New York Police Dept mulls strike on July 4 to let the city have its 'independence without cops'

Messages are doing rounds among law-enforcing officers in New York, encouraging them to call in sick on Independence Day as protests against cops continue in the US

                            New York Police Dept mulls strike on July 4 to let the city have its 'independence without cops'
(Getty Images)

Cops of the New York Police Department (NYPD) may go on strike on July 4 to allow the Big Apple to have its "independence" from them as tension continues to mount between the law enforcers and protesters. Messages are doing rounds among the law-enforcing officers in New York, encouraging them to call in sick on Independence Day as protests against the police continue across the US in the wake of the killing of George Floyd, a black American, in Minneapolis on Memorial Day in May, The New York Post reported. New York City is one of those cities where the police have come under the scanner and New York Governor Andrew Cuomo recently signed sweeping police reform bills. There have also been calls to slash NYPD's funding by a big margin and use the money for social services. New York City Mayor Bill de Blasio also announced comprehensive measures this week to make the NYPD more transparent, like launching a new disciplinary database. The city will also start publishing the decisions in police officers' disciplinary trials as they occur, de Blasio said.

Like many other police departments in the country, the NYPD was slammed after some of its officers were seen attacking protesters seeking an end to police brutality after the death of Floyd. Earlier this month, another black man named Rayshard Brooks was killed in police firing in Atlanta, fuelling the tension.

NYPD chief Dermot Shea (Getty Images)

"NYPD cops will strike on July 4th to let the city have their independence without cops," one message, which is being circulated among cops via text reads, the Post said citing sources. The message also says: "Cops that say we can’t strike because of the Taylor Law," referring to a law that makes public worker stoppages punishable. "The people and this city doesn’t (sic) honor us why honor them (sic)." Though, it was not clear whether other police officers wrote those messages. Another message asking the cops to call in sick on Independence Day says: "Police officers like you and me took an oath to protect strangers regardless of race, class or gender. Today we are vilified and must stand as one."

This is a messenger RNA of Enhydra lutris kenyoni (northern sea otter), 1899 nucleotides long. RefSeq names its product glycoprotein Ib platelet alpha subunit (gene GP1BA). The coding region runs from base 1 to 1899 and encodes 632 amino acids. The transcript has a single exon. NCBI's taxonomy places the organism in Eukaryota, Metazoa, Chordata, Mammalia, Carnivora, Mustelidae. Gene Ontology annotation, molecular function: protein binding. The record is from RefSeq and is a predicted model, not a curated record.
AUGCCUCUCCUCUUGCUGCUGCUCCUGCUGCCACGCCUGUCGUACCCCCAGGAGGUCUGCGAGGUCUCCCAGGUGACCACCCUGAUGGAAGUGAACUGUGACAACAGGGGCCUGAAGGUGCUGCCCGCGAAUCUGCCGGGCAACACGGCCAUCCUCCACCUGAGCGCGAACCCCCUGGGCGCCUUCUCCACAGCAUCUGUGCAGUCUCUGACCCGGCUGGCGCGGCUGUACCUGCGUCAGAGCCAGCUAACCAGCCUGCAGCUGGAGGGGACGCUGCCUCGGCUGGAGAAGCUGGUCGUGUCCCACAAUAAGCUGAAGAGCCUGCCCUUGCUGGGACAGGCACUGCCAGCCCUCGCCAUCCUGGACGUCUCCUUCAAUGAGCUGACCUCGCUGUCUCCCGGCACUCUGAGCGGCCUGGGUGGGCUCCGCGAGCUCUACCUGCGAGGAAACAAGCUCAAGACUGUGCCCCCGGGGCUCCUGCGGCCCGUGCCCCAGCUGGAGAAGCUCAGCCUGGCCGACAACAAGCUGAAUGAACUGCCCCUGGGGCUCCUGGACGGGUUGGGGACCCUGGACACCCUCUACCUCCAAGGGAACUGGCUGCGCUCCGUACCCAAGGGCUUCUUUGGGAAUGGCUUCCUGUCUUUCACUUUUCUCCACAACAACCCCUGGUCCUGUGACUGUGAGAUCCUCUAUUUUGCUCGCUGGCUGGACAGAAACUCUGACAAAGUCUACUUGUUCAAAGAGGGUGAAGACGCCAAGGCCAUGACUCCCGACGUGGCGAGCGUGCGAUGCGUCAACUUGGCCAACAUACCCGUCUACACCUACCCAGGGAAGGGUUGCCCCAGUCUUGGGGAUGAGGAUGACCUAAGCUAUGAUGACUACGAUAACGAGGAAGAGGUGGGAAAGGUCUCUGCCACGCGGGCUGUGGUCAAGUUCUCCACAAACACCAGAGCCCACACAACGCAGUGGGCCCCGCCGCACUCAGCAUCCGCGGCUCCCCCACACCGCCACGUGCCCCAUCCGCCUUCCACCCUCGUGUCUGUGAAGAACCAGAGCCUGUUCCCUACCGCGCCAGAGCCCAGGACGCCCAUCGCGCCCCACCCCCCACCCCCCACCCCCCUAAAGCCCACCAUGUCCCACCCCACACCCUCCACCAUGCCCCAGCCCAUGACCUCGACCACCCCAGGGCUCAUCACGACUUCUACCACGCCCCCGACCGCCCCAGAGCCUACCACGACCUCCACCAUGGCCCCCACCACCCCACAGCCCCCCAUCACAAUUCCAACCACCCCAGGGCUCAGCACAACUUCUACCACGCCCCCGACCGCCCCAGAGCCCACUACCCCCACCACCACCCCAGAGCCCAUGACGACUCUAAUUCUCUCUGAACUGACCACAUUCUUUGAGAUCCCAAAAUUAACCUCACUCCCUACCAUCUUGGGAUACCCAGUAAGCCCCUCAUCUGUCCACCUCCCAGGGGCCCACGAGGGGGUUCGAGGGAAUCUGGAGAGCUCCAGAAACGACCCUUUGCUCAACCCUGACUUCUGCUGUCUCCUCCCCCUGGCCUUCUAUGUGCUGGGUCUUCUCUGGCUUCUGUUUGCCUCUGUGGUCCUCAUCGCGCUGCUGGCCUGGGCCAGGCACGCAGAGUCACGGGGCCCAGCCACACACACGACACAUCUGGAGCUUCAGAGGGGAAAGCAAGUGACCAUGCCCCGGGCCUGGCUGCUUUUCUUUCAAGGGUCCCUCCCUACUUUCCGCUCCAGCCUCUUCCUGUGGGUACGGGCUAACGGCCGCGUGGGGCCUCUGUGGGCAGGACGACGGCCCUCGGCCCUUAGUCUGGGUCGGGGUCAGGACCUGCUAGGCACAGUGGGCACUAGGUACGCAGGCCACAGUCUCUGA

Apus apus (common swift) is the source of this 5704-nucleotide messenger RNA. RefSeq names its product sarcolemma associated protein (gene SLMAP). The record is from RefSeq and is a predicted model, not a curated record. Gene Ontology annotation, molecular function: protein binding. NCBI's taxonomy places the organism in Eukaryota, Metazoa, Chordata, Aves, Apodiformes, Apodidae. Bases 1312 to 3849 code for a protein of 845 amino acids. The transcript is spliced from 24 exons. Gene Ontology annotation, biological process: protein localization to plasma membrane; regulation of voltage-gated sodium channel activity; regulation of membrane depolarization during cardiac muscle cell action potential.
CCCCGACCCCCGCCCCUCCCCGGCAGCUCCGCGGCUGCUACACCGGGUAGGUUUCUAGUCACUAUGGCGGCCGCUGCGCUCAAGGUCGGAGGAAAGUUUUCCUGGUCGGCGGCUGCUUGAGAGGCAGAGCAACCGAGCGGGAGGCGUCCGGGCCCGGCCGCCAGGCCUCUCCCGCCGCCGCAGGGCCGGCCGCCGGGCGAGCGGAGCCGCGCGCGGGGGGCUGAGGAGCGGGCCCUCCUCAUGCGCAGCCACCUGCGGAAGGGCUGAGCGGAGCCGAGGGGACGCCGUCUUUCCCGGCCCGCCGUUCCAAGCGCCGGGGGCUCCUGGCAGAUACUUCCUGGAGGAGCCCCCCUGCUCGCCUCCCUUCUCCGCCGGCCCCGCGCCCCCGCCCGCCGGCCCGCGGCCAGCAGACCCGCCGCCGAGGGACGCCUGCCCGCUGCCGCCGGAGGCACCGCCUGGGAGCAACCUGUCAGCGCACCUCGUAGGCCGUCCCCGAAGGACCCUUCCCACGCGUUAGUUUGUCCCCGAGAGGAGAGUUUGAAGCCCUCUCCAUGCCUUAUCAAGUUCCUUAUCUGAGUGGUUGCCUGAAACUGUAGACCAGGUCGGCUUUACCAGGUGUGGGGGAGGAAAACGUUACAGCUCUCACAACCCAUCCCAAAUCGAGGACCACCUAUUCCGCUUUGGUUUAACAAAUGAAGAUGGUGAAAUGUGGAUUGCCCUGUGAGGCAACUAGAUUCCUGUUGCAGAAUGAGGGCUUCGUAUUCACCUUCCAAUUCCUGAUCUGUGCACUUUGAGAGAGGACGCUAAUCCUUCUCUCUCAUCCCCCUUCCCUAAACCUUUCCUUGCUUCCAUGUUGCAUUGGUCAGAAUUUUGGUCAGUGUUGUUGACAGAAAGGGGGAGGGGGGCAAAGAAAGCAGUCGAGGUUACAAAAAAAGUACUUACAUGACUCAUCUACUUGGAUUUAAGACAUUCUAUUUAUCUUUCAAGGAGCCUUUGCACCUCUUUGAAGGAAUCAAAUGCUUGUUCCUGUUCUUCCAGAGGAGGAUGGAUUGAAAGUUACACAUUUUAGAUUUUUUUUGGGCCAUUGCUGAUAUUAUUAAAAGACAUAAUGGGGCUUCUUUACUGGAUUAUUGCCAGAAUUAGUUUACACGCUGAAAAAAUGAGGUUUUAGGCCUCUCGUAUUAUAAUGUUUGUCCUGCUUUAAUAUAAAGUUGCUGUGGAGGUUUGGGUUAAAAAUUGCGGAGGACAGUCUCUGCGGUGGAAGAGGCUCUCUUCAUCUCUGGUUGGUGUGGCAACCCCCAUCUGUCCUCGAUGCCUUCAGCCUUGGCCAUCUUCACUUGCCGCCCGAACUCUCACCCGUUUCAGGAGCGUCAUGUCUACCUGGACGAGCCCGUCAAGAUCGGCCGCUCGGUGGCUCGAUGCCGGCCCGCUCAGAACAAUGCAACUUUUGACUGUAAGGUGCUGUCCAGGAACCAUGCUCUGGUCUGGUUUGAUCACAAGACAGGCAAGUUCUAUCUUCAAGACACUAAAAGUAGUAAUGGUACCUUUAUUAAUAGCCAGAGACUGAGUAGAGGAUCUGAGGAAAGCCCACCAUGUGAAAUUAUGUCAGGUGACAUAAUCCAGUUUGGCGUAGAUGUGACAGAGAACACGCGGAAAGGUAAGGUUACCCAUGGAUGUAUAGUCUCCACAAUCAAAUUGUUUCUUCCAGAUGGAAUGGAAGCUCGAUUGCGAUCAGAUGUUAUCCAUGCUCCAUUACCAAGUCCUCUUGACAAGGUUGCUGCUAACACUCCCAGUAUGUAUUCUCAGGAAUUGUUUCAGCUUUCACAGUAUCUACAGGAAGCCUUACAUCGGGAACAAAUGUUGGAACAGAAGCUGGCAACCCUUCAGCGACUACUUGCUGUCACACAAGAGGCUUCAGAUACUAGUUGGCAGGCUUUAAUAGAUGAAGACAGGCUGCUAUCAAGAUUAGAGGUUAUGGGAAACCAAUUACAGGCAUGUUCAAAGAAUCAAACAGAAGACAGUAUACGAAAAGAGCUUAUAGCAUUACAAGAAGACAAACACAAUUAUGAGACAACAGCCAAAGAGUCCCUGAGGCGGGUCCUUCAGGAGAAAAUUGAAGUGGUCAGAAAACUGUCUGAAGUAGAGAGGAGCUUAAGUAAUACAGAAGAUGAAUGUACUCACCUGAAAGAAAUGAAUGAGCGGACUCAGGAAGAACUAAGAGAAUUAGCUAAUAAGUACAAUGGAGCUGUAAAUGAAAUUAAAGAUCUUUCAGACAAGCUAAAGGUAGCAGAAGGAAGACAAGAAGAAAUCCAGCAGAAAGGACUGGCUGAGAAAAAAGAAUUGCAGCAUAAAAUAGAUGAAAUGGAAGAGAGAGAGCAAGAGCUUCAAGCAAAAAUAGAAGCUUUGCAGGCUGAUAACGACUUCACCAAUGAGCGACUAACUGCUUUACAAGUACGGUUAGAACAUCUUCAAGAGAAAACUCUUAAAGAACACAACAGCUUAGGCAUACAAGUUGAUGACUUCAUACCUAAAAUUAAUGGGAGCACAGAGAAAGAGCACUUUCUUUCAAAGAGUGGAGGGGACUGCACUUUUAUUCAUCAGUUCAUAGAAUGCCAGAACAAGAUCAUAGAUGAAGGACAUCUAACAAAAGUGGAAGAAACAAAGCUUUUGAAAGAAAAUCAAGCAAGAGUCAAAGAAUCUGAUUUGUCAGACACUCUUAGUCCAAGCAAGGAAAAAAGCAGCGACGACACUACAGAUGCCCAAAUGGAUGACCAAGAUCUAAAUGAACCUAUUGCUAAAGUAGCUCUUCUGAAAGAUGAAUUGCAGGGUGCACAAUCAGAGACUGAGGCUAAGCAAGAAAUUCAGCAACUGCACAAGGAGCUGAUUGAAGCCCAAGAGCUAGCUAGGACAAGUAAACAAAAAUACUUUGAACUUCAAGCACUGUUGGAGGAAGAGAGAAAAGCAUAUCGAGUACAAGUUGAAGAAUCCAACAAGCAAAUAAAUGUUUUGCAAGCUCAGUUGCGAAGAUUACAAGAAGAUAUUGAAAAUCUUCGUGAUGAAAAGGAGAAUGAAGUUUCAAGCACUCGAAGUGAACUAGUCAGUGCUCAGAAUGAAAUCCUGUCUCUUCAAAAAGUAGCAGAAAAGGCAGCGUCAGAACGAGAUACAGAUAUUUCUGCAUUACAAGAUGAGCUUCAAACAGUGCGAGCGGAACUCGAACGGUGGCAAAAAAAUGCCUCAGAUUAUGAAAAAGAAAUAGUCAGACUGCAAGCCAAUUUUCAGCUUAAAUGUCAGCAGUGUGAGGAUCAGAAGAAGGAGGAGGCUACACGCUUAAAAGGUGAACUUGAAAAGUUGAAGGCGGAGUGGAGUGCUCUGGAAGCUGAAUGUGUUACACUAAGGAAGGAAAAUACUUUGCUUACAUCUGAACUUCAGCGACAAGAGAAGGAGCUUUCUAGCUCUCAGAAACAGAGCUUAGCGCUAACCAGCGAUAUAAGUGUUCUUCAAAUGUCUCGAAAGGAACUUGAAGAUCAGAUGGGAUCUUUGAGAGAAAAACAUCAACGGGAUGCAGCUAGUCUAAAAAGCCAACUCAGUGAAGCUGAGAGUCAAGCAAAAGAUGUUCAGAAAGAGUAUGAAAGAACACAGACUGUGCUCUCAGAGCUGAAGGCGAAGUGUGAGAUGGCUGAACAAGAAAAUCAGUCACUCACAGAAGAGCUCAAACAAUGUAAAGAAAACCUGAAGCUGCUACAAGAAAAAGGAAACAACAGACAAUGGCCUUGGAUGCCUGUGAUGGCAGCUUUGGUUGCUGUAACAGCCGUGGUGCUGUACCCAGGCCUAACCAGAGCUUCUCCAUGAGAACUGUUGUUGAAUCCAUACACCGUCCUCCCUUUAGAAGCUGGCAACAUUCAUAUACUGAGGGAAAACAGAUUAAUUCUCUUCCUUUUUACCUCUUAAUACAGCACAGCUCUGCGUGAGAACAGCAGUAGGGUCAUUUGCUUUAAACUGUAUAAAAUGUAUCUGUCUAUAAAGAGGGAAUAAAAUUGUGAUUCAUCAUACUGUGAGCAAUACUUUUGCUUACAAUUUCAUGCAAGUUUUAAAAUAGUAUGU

'Blue flu' joke returns but mood is somber

This message then instructs for a sick-out, telling the members to call their precinct and seek a sick day. If they are denied leave, the message asks them to call the main NYPD sick desk. And even if that doesn't work out, the officers are instructed to join duty and then ask for an ambulance so that they can return home sick. "If you are held because of the #Bluflu, request a bus and go sick from command," it adds. 

Police Benevolent Association chief Patrick Lynch said "blue flu" is a joke that is being made through generations but added that the current situation is no joke. He said the NYC police officers "have reached the breaking point". Lynch recently blasted the decision to scrap NYPD’s plain-clothes anti-crime units and warned the move will backfire. Addressing the challenges the cops have been facing of late, Lynch said: "Over the past few weeks, we have been attacked in the streets, demonized in the media and denigrated by practically every politician in this city. Now we are facing the possibility of being arrested any time we go out to do our job."

The NYPD, however, said that the police will function as usual on July 4. "New York City Police Officers will be here today, tomorrow, and on the 4th of July to protect all New Yorkers," Sergeant Mary Frances O'Donnell, DCPI (Deputy Commissioner, Public Information) spokesperson, said, adding that nothing other than is true. The potential pushback from NYPD cops comes in the wake of Atlanta police officers calling in sick to work this week to protest charges against the cop who shot Brooks.

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